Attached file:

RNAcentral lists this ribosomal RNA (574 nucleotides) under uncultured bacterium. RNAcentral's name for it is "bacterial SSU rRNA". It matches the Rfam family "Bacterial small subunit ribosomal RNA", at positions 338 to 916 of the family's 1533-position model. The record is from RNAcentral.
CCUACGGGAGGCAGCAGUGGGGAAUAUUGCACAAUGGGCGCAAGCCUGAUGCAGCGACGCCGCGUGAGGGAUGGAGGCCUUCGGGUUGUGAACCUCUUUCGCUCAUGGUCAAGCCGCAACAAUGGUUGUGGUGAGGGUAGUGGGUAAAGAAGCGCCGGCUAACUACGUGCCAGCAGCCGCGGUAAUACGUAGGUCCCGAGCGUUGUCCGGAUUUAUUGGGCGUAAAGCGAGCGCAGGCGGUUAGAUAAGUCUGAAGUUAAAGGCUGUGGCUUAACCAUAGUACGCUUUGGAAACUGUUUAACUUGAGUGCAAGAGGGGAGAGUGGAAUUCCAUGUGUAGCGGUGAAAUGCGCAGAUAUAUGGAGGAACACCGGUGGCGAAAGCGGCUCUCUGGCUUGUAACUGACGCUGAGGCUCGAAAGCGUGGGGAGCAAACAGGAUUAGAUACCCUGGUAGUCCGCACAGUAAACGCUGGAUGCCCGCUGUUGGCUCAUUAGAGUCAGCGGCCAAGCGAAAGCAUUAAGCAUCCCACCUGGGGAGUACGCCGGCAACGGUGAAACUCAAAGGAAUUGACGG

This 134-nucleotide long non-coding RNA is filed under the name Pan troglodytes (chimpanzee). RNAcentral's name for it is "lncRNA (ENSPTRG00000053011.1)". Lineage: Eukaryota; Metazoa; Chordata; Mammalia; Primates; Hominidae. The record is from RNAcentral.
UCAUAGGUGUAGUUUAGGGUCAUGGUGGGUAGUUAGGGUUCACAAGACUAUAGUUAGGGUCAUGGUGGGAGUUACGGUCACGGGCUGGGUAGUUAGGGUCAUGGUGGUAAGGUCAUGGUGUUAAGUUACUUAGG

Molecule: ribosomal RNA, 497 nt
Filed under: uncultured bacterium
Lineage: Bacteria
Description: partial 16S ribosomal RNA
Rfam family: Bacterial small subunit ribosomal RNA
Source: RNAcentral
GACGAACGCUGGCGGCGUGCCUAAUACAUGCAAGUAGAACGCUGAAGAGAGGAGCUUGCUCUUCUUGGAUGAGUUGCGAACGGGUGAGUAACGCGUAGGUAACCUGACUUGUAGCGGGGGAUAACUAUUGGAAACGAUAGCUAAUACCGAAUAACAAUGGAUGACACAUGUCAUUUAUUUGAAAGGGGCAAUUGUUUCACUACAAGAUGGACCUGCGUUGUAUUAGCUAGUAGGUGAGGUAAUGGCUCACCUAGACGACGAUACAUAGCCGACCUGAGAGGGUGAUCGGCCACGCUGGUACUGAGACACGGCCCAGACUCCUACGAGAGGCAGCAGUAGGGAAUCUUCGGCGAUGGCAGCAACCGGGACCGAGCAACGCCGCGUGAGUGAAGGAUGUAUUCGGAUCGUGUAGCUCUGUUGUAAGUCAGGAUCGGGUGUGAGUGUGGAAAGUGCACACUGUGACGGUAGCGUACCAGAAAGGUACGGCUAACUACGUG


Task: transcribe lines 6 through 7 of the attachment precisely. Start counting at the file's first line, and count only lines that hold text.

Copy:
Filed under: uncultured bacterium
Lineage: Bacteria